Tuesday, June 13, 2006

Weird ideas

I attended yesterday some presentations on diverse topics of current research. This sessions were intended for the students of an introductory course in modern physics and I presented a little talk about baryogenesis, you can get it here (in spanish), as the course didn't cover cosmology in its (large) list of topics I actually spent a large fraction of the talk in some elementary concepts like the Friedmann equation and the critical density.

One of the talks was actually very intersting for many reasons, it was a 6d extension of the old Kaluza-Klein theory that was worked by a local faculty member some years ago when he was at Moscow State University. The intersting stuff is that he claimed that the model could reproduce the Glashow-Salam-Weinberg theory of electroweak interactions, unfortunately the talk was pressented by a student that was unable to give absolutely any detail of how they arrived at that conclusion (I have requested the original author a copy of the article, I'll post it when I have it), but the most interesting result was that they derived that some constants were changing in time (this is not a really new idea) and among the changing constants was e, the unit of electric charge.

Although it would be an amazing discovery this simply looks wrong, changing the value of e over time would change the fine structure constant (α ≡ e^2/h bar c ≈ 1/137). However there have been many attempts to check if α is constant and any of them have found nothing, you can look at a recent one here (the published article is here). Look at Sean Carroll's entry on changing constants (in his case it is the ratio between the mases of the proton and electron) here.

At the end of my talk I was bombarded by questions that sounded to me like the stationary universe: the idea that the universe looks the same in time, this needs some matter creation mechanism (otherwise the density would change in time). I actually went to explain that practically anyone in the astrophysical community believes in this kind of theories, that CBR really looks like blackbody radiation and it lacks the polarization one would expect if CBR is light from ancient stars which has been scattered by galactic dust (the usual explantion of CBR in steady state theories), and that we have a really big body of evidence that suggests that indeed the density is changing some members of the audience still seemed to prefer to just ignore the bulk of experimental evidence.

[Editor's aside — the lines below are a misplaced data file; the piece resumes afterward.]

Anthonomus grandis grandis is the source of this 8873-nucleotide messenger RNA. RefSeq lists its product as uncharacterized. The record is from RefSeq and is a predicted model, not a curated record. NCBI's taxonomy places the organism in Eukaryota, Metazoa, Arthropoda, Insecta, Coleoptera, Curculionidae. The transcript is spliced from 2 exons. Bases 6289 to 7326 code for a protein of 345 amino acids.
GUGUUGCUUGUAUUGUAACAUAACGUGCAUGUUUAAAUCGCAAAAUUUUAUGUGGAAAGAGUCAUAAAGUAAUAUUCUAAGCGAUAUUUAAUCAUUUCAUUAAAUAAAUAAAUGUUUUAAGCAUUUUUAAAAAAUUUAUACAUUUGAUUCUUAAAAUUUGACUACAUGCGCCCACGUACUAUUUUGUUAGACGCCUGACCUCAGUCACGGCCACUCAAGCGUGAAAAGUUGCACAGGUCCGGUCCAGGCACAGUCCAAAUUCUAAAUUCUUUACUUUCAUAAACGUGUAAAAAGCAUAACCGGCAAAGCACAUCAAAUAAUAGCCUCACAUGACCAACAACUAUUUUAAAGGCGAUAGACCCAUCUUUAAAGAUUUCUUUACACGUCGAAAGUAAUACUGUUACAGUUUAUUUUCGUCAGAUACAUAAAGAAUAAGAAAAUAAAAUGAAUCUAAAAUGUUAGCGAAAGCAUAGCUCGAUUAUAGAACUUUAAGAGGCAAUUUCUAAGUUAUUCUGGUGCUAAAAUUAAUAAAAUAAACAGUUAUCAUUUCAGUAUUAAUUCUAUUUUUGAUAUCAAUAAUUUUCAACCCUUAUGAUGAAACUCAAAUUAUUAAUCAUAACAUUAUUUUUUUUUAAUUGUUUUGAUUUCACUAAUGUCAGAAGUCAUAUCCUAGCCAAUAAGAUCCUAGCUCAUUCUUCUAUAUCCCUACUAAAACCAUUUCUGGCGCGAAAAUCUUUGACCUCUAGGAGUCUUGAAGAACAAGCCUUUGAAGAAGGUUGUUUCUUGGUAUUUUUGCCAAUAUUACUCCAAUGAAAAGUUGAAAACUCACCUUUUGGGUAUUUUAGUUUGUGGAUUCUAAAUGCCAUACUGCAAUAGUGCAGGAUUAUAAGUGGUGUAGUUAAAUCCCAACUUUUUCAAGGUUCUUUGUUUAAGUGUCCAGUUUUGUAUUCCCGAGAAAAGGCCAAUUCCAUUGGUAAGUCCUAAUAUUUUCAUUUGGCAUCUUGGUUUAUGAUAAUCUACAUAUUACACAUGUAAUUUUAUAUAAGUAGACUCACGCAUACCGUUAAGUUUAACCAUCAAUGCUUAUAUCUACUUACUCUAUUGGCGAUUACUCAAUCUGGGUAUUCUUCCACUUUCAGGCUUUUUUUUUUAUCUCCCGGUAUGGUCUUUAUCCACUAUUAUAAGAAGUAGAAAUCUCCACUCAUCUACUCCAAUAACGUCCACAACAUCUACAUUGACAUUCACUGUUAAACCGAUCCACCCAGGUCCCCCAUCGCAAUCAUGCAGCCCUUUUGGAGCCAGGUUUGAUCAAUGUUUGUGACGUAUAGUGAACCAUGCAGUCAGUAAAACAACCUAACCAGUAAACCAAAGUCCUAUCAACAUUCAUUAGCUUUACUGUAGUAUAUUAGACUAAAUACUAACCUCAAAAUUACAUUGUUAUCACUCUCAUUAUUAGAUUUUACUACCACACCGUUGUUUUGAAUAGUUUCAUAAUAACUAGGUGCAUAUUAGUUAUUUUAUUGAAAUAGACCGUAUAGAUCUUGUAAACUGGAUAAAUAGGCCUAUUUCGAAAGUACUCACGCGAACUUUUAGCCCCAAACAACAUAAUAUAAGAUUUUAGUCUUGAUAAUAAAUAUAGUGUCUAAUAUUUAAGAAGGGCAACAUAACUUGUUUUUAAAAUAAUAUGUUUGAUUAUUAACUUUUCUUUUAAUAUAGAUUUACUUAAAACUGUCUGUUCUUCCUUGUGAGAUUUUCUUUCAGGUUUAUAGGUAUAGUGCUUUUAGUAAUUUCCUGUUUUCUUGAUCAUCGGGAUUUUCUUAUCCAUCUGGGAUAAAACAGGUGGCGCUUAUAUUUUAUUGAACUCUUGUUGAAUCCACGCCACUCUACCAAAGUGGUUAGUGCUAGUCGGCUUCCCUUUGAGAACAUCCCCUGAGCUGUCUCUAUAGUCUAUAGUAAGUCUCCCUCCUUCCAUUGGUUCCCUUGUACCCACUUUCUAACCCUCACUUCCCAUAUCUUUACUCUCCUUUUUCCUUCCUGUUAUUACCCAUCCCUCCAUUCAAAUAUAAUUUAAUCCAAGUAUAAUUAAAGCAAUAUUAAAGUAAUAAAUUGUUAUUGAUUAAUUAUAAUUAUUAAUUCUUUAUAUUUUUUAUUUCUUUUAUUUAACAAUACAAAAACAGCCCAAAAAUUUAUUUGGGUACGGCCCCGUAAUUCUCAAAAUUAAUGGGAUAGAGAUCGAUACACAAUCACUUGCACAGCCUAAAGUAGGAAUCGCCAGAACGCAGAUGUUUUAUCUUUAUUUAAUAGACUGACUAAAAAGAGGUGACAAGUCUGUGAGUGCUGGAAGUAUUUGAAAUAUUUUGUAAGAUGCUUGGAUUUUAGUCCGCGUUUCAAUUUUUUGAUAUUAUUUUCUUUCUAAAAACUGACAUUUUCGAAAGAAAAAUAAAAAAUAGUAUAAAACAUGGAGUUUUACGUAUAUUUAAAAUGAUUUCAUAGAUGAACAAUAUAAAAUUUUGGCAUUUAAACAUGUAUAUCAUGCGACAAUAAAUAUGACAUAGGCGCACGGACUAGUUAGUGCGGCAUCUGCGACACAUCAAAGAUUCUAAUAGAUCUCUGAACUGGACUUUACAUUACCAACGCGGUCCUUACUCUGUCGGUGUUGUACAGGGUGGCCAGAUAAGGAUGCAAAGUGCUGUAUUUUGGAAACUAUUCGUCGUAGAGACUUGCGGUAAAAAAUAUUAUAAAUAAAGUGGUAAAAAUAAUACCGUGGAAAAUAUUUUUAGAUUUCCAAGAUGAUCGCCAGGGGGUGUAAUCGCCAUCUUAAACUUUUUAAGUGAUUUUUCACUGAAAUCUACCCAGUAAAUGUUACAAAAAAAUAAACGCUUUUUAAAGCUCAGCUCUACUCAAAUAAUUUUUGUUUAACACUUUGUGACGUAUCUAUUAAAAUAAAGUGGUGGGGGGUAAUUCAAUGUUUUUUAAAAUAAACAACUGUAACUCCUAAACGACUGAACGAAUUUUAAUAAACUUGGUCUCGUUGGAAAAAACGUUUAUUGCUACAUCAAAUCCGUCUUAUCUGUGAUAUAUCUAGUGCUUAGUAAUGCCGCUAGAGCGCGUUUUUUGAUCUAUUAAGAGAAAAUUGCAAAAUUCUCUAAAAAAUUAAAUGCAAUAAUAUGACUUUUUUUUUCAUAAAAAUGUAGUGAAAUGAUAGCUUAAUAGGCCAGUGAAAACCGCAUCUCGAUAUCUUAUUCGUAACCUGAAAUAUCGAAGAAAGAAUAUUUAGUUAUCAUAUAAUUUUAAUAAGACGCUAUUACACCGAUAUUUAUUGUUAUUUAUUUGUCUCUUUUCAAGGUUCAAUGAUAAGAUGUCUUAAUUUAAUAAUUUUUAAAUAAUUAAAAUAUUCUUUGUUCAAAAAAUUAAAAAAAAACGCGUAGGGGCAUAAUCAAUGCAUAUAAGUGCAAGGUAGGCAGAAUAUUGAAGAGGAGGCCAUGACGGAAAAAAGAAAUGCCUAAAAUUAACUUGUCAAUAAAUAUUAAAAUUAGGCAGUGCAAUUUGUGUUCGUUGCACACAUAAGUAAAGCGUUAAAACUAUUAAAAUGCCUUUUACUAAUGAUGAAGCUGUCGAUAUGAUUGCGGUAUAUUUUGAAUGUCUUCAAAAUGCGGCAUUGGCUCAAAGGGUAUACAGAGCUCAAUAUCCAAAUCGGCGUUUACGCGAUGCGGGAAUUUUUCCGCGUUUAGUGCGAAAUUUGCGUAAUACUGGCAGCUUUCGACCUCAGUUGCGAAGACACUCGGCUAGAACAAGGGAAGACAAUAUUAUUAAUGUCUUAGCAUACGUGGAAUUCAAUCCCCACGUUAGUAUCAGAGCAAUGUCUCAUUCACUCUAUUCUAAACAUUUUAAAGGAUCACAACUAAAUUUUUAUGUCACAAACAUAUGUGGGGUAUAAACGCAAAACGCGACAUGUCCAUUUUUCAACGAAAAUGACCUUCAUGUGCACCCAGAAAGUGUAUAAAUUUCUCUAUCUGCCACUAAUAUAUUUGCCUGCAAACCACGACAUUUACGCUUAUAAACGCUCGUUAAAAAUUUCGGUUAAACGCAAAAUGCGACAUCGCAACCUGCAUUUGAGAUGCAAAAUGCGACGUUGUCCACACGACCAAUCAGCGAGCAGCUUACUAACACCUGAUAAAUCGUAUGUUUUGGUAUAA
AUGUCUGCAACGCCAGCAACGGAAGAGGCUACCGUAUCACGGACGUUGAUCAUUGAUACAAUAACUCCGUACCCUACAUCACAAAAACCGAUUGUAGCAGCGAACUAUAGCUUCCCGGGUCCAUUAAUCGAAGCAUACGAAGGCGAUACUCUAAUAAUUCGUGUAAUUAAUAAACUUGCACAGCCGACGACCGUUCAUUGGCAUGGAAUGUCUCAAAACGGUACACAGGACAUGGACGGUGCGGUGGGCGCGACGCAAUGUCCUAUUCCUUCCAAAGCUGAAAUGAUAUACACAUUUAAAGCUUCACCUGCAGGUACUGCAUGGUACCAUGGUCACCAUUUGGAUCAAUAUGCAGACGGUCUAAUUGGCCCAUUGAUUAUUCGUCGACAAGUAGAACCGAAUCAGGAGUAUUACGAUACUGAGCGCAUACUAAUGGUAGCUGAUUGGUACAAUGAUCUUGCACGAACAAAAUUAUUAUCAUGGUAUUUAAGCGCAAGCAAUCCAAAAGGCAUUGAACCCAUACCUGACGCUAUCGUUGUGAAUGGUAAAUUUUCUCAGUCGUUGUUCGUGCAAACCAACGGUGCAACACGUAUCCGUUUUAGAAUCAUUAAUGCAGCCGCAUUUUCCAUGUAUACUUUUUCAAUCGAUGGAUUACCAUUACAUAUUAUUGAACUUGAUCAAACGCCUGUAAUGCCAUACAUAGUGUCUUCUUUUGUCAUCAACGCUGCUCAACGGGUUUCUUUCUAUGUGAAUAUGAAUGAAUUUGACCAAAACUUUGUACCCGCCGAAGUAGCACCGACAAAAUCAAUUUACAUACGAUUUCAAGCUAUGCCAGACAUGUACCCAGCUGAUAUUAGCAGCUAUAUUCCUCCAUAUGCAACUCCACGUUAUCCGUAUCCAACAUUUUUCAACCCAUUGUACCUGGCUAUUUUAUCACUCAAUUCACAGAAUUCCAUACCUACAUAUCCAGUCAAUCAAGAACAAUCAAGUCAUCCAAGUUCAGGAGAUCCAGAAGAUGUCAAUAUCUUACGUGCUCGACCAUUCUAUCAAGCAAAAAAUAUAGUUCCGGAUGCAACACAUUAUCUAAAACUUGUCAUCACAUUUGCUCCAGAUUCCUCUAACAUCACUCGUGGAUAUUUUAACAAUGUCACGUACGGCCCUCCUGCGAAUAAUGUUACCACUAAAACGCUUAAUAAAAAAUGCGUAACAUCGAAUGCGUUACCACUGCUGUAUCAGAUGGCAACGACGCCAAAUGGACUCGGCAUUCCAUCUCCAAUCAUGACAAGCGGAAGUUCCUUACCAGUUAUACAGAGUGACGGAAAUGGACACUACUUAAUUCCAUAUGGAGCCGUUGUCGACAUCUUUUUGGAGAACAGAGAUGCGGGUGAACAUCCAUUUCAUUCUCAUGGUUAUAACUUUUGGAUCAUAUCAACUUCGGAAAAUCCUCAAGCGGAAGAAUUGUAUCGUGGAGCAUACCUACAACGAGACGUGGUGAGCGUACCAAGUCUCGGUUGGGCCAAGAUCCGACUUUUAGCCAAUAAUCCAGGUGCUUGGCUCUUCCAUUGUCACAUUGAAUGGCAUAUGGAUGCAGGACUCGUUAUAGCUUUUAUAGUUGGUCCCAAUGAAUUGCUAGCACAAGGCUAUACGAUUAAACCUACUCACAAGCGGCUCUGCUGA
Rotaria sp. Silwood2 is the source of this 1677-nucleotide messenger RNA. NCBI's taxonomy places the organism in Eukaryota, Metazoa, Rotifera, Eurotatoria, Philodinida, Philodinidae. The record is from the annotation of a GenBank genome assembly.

I don't want to state a debate here (there are so many intersting debates at Peter Woit's blog "Not even wrong"), but it really concerns me that a (rather small, to be honest) fraction of the theoretical community is so distanced from the experiments.

12 comments:

island said...

There is at least one valid quasi-steady state model that includes matter generation, except the process works via asymmetric transitions, which enable the universe to evolve through an infinite series of big bangs, so you don't have the problems with the CBR and you don't need inflation when the universe has volume when a big bang occurs, so it's necessarily preferred.

Luis Sanchez said...

Actually this quasi-steady-state models have been around since 1993 and had been publicized by Hoyle and Narlikar since then. To be honest, I have never studied this theories in detail, and the reason is simple: they have a bad reputation. Probably the clearest exposition of the current position of the QSSC is in in Ned Wright's page: http://www.astro.ucla.edu/~wright/stdystat.htm.

Anyway, I will take a look at the latest QSSC papers later and maybe make a post about them.

island said...

Well, Hoyle and Narlikar's was one of the models that I was referring to, but matter generation in Einstein's static model *causes* expansion via vacuum rarefaction, which holds the universe flat and stable as it expands. Einstein didn't know about the particle potential in the quantum vacuum or Ned Wright might be telling a whole nother story today:

http://www.lns.cornell.edu/spr/2006-02/msg0073320.html

island said...

Do you see what I'm getting at, Luis? In Einstein's static model, G=0 when there is no matter.